# Adult Numeracy, Functional Maths, and GCSE Resources

**781 resources**:

A PowerPoint set of L1-L2 reading, maths and writing tasks. All are based on information a recent UK.gov Home Office fact sheet about Prevent and Channel*. The fact sheet can be found online or downloaded from this page. Main Functional Maths coverage is reading and comparing whole numbers and percentages, and percentage-fraction equivalents. Some questions involve calculating percentages or checking the figures that are quoted in the text (Level 2).

**Editor's notes**

Written to look at the reformed Entry Level 2 ‘Measures, shape and space’ content, the main focus of this resource is positional vocabulary, 3D shapes and time. It also covers aspects of Number and Data. It is not recommended for the initial teaching of skills (underpinning). If used for this, ensure all the ‘maths words’ (p1) are covered in advance and supply learners with real-life materials such as counters (I use pasta or dried beans) and 3D shapes where needed.

Specifically written to focus on the reformed Entry Level 1 ‘Number’ content, these worksheets follow Sam and Dot at their workplaces during the Halloween period. The resource draws on the different question styles used by the major awarding organisations and can be used for diagnostic assessment and revision.

Angles have far greater prominence in the reformed Functional Maths content (for example 3 figure bearings are assessed at Level 1). An introductory PPT and accompanying straightforward but very useful worksheet develop underpinning skills in measuring and naming angles. Includes a reference box on page 1 and a list of 'angle' vocabulary on page 4 (please note much of this vocabulary is not assessed in Functional Mathematics but is included for general interest).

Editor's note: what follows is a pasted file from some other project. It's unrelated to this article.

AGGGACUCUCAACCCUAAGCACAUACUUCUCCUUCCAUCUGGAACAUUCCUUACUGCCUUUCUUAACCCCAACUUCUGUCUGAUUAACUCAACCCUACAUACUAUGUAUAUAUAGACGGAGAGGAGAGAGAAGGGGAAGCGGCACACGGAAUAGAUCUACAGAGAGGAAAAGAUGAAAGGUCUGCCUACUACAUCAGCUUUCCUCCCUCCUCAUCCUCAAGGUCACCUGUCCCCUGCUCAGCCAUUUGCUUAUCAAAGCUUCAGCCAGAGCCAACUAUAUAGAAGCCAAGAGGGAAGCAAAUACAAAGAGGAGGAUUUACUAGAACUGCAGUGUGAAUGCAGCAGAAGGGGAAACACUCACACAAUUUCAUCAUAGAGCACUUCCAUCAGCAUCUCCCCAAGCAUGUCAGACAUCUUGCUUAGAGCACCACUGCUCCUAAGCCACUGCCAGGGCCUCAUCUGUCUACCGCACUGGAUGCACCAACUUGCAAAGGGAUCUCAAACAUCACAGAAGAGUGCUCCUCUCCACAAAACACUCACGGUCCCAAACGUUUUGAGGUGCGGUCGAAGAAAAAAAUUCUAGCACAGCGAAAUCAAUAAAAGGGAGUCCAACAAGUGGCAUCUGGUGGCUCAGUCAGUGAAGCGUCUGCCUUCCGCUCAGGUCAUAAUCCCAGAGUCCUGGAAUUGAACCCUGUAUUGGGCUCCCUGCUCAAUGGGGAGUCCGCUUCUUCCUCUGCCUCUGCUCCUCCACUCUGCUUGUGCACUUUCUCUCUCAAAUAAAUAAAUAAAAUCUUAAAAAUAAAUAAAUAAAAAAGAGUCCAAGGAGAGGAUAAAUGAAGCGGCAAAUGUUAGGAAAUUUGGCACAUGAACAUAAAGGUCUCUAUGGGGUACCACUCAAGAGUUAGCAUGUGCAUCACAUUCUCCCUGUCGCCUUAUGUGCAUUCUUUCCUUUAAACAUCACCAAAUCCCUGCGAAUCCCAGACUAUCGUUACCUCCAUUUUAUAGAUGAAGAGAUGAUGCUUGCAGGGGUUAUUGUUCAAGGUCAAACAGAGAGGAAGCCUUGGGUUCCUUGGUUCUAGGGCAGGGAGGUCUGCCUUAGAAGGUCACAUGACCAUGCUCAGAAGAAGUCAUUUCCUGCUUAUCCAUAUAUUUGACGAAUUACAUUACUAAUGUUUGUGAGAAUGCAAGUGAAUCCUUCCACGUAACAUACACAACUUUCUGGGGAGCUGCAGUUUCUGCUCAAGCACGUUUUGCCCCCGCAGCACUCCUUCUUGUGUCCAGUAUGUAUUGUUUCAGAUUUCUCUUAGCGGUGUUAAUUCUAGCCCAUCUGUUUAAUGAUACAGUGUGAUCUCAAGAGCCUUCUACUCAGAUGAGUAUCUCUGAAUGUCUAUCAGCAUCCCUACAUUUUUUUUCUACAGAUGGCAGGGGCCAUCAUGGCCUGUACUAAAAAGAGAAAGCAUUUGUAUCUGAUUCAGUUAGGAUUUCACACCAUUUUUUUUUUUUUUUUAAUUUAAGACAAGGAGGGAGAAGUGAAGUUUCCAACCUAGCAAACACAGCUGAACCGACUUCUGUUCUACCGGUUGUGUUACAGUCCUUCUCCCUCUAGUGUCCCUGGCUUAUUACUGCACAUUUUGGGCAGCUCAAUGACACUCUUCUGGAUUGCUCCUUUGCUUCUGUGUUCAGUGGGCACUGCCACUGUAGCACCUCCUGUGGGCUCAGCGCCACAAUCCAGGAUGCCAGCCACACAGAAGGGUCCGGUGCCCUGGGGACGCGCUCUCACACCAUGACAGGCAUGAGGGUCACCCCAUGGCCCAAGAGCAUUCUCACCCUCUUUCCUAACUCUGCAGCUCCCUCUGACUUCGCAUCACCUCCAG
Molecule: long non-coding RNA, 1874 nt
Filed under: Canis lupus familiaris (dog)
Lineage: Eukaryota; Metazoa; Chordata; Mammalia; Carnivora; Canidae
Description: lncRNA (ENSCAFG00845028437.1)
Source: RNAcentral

Fully mapped to the reformed Functional Maths content.

Large set of questions inspired by the recent (2019) 75th anniversary of the D Day Landings. Covers many aspects of the Reformed FS 2018 content such as bearings, nets, underpinning questions and non-calculator tasks.

**Editor's notes**

This is a resource I've designed to be a homework/classwork support for L1 Functional Skills maths (reform).

**Editor's notes**

A wonderful 104-page compilation of resources covering almost every aspect of Level 1 Reformed Functional Maths. With curriculum mapping and links to further resources. **Note this project includes resources from many excellent free web sites** - please read the notes on the front cover sheet and page 104 for further information.

This is a project based on Benford's law. I had this idea after watching the Numberphile series on YouTube. This is a project based activity that involves many skills including working with large numbers, using percentages, representing data and probability.

The investigation is introduced to learners using the PPT (and optional YouTube links). Learners then split into four groups - each is given a random set of share prices [see Excel file]. Each group investigates the occurrence of numbers starting with each digit from 1 to 9.

**Editor's note**

A challenging set of L1-2 maths questions that celebrate 50 years since the first Moon landing. Covers new reformed content such as compound measures and 3 figure bearings. Plus an introductory PPT with background information and pop up answers.

**Editor's note**

Fully mapped to the new reformed Functional Maths content. **The answer sheet, which includes detailed working out and marking guidance, is only available to site contributors. Please see details within the resource.**

A starter activity (working on a farm - ppt) and three Functional Skills Maths timeline practice questions.

**Editor's note**

Three very varied questions for Level 1 (planning a dog's daily tablets as prescribed by the vet, running a caravan park and odd jobs around the house).

Fully mapped to the E3 and L1 reformed FS content.

Can be cut up into flashcards and used as a quiz. Number the back of them and laminate. Place face down on a table, Each team or individual must collect a card, answer it and then place it back on the table for others to use.

or

Print off as a whole and let learners work individually through questions.

**Editor's note**